The application of personal liability rules are also possible with an acquisition of shares in a limited partnership (KG). With regard to the liability bases, a differentiation should be made on whether the limited partner holding to be acquired is a holding in respect of which the liable contribution has already been paid in full or whether a limited partner holding is involved with the liability contribution not having been paid in full.
The following should be borne in mind if the acquisition of a limited partner holding is involved in respect of which the liability contribution as defined in =A7 172, para. 1 of the German Commercial Code (HGB) has been paid in full on the date of the legal transfer. The seller-buyer singular succession has to be recorded in the commercial and trade registry by a registration of the legal succession notification, whereby the parties concerned have to confirm in their submission to the trade and commercial registry for the limited partnership that, in connection with the withdrawal and transfer of shares, no compensation has been granted or promised from the partnership assets to the withdrawing limited partner seller. The legal succession notification does not apply, however, if the limited partner share is transferred to the general partner as the general partner is personally liable without limitation in accordance with the law. If the limited partner is only entered in the trade and commercial registry after the date of the in rem legal transfer, he/it is liable in full for the new liabilities of the limited partnership sustained between the transfer date and the registration date.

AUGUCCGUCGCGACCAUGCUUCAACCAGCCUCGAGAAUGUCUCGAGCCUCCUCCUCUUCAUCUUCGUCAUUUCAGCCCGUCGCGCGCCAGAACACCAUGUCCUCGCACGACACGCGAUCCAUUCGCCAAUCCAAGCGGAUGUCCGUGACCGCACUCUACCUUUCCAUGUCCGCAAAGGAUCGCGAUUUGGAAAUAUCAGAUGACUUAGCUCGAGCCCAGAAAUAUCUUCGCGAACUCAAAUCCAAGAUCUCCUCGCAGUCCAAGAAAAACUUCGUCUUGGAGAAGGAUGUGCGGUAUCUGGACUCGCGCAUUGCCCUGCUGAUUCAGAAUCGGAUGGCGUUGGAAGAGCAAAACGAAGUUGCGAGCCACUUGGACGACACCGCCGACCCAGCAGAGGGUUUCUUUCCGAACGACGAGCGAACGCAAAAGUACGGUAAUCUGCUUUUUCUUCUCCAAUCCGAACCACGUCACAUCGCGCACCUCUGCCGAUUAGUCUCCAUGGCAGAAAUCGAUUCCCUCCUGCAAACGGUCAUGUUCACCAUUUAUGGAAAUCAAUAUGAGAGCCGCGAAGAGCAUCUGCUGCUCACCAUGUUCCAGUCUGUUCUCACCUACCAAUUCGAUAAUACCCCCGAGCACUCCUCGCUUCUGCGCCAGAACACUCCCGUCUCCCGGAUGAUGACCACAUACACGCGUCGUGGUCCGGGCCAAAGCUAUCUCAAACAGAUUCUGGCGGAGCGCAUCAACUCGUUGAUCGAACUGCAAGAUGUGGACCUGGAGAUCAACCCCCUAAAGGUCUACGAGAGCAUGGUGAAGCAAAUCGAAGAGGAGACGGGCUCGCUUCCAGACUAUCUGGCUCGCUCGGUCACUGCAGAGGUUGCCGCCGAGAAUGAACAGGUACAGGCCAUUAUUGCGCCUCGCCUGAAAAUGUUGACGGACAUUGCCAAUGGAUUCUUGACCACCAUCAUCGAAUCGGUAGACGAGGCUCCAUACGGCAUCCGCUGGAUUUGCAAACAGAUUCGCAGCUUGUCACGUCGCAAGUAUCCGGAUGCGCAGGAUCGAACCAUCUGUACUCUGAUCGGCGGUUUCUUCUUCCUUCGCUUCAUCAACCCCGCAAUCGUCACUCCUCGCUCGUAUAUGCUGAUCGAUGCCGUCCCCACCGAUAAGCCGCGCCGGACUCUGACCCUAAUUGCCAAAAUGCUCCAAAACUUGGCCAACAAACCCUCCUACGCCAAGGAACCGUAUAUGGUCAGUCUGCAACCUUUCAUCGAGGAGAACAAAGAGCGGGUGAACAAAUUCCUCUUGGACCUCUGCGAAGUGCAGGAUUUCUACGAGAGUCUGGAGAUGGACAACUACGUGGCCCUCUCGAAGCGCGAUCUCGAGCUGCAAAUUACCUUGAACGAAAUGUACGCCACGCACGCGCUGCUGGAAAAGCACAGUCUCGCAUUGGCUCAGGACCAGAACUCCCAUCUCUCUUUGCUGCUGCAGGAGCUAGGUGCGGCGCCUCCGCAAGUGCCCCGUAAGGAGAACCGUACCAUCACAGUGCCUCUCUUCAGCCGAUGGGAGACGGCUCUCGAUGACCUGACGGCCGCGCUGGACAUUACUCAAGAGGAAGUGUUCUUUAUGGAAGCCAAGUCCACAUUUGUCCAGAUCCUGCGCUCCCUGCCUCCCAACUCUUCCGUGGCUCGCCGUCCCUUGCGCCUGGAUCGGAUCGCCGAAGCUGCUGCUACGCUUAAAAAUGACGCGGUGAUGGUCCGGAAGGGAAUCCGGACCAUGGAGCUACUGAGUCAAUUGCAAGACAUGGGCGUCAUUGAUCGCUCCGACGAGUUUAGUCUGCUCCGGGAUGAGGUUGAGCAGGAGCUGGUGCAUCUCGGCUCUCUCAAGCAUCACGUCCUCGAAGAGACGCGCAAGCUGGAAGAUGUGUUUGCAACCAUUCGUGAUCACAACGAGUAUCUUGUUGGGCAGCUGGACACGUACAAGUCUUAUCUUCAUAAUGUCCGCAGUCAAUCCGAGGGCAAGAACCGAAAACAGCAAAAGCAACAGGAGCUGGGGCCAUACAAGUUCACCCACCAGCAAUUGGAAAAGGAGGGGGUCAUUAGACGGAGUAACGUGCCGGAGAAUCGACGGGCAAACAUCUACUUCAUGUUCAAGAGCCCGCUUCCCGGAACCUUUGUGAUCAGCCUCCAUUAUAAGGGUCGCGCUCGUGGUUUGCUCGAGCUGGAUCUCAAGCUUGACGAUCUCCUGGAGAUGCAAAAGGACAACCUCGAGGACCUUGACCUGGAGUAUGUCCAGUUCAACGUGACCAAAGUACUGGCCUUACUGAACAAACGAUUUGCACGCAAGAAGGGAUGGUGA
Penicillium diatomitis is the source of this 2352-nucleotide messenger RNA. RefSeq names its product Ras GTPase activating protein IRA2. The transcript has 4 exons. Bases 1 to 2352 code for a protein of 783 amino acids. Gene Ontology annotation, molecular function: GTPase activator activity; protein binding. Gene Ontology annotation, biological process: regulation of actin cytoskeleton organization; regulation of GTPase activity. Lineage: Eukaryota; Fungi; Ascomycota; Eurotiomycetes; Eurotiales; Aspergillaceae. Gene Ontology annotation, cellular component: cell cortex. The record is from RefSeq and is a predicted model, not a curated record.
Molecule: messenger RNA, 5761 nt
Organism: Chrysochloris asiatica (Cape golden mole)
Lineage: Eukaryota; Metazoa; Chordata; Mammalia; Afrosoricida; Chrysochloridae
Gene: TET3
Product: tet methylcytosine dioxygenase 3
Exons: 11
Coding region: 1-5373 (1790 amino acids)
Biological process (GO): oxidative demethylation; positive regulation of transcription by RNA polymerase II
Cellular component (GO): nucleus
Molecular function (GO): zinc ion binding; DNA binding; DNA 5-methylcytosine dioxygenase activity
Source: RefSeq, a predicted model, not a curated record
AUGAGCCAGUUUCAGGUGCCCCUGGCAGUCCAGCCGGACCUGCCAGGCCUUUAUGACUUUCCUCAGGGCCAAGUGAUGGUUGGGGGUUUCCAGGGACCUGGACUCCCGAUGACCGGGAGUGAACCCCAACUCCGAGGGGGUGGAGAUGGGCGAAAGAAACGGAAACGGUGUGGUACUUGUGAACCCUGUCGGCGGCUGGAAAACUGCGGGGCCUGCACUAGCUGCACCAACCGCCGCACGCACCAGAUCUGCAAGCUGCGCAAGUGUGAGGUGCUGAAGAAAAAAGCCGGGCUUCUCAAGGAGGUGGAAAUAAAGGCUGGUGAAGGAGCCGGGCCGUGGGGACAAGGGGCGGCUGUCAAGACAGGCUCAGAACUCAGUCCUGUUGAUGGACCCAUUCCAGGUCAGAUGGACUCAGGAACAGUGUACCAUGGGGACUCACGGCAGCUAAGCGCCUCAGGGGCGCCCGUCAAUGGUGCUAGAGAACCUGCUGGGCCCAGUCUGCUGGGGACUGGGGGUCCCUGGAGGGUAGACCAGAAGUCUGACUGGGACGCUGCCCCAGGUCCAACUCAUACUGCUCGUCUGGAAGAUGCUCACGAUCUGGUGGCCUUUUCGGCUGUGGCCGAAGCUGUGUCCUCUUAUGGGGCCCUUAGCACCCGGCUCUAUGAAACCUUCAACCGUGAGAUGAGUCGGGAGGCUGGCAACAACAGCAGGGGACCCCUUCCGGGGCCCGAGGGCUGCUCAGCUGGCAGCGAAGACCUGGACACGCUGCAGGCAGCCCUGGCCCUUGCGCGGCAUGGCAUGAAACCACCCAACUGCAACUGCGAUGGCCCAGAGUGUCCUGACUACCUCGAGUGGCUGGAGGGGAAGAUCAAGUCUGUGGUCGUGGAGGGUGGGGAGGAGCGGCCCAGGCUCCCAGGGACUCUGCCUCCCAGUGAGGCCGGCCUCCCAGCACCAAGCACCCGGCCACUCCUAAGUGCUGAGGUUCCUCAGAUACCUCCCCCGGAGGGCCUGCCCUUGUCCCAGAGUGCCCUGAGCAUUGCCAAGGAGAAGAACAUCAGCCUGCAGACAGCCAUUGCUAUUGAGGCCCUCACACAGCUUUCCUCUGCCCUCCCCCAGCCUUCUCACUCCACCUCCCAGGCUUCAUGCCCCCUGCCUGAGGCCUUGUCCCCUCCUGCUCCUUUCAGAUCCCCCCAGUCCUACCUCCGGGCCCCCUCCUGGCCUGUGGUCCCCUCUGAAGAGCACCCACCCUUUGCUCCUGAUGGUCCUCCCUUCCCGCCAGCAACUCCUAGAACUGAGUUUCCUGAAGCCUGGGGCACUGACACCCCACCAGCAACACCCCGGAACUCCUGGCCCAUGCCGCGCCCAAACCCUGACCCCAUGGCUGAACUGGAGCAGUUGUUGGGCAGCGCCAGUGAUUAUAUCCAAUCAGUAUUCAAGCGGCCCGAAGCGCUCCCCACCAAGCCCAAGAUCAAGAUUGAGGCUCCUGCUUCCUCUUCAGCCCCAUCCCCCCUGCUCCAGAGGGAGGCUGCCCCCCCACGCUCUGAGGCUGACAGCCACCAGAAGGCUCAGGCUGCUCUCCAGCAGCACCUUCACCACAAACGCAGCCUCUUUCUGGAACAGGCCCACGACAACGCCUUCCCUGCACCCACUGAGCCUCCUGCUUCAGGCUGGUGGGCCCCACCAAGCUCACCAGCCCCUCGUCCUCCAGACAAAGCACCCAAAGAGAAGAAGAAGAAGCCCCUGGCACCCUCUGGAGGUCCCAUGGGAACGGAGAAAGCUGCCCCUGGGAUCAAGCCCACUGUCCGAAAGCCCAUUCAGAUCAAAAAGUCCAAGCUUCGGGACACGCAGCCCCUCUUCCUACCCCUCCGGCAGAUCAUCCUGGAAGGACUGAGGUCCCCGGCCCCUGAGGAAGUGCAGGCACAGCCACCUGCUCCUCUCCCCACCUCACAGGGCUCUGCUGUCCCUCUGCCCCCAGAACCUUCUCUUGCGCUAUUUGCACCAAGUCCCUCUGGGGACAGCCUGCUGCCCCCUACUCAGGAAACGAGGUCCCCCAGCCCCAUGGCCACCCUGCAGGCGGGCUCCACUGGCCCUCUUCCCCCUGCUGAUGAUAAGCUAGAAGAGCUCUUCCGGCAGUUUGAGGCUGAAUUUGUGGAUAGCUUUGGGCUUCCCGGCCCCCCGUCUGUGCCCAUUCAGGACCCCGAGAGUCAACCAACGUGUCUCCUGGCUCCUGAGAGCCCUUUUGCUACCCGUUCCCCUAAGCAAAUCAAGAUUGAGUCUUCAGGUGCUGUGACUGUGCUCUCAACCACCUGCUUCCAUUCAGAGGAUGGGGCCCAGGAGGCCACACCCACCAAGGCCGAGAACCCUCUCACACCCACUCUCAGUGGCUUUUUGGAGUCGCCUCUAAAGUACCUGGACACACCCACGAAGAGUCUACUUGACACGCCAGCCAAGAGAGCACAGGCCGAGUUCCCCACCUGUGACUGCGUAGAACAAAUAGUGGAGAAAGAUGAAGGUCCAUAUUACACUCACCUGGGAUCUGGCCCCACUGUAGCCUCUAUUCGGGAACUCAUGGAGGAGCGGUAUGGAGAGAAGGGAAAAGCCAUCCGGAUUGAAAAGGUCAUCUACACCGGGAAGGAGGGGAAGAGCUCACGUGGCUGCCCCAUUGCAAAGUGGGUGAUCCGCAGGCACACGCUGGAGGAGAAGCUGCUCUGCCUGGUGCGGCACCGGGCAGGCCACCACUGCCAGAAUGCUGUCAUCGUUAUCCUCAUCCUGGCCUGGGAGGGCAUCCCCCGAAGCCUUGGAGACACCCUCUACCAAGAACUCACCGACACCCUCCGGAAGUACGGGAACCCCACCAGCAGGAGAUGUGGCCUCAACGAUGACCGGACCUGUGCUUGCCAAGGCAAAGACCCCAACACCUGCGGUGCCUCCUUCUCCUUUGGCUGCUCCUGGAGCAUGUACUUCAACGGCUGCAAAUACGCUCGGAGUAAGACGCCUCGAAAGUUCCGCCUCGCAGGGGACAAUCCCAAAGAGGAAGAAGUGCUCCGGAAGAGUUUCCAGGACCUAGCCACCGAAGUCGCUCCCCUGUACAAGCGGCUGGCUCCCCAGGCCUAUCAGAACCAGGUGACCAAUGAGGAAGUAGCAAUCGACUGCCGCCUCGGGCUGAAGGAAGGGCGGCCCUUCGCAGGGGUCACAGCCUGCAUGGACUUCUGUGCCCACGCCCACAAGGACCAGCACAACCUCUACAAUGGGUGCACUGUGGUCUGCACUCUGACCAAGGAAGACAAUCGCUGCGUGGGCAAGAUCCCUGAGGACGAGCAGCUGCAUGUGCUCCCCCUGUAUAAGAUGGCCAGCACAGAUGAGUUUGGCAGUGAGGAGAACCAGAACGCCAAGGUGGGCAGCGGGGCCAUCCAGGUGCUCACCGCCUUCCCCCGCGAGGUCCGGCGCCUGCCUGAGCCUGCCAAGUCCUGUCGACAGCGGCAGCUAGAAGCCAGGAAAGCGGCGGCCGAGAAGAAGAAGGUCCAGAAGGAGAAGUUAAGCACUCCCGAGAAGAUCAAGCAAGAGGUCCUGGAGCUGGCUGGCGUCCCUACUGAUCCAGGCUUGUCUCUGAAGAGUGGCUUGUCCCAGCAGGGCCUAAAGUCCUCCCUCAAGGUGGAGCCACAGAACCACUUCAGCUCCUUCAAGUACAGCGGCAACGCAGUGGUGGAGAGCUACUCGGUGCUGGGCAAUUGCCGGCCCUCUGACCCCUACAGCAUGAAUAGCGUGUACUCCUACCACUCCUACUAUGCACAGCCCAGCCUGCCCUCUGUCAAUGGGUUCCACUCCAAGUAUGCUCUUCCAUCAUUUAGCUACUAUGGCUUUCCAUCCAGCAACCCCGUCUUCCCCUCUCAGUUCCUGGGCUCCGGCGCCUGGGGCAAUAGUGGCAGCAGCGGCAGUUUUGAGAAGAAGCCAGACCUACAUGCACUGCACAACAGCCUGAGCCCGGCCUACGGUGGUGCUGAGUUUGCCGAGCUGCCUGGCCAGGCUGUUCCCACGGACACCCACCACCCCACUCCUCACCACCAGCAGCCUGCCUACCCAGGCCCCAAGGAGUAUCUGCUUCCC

If a limited partner holding is sold without all the liability contributions having been paid, the seller and buyer are also liable as joint and several debtors even if the legal succession notification has been registered; the outgoing seller is only liable to the former creditors but with defence of the statute of limitation as defined in =A7 159 of the German Commercial Code (HGB).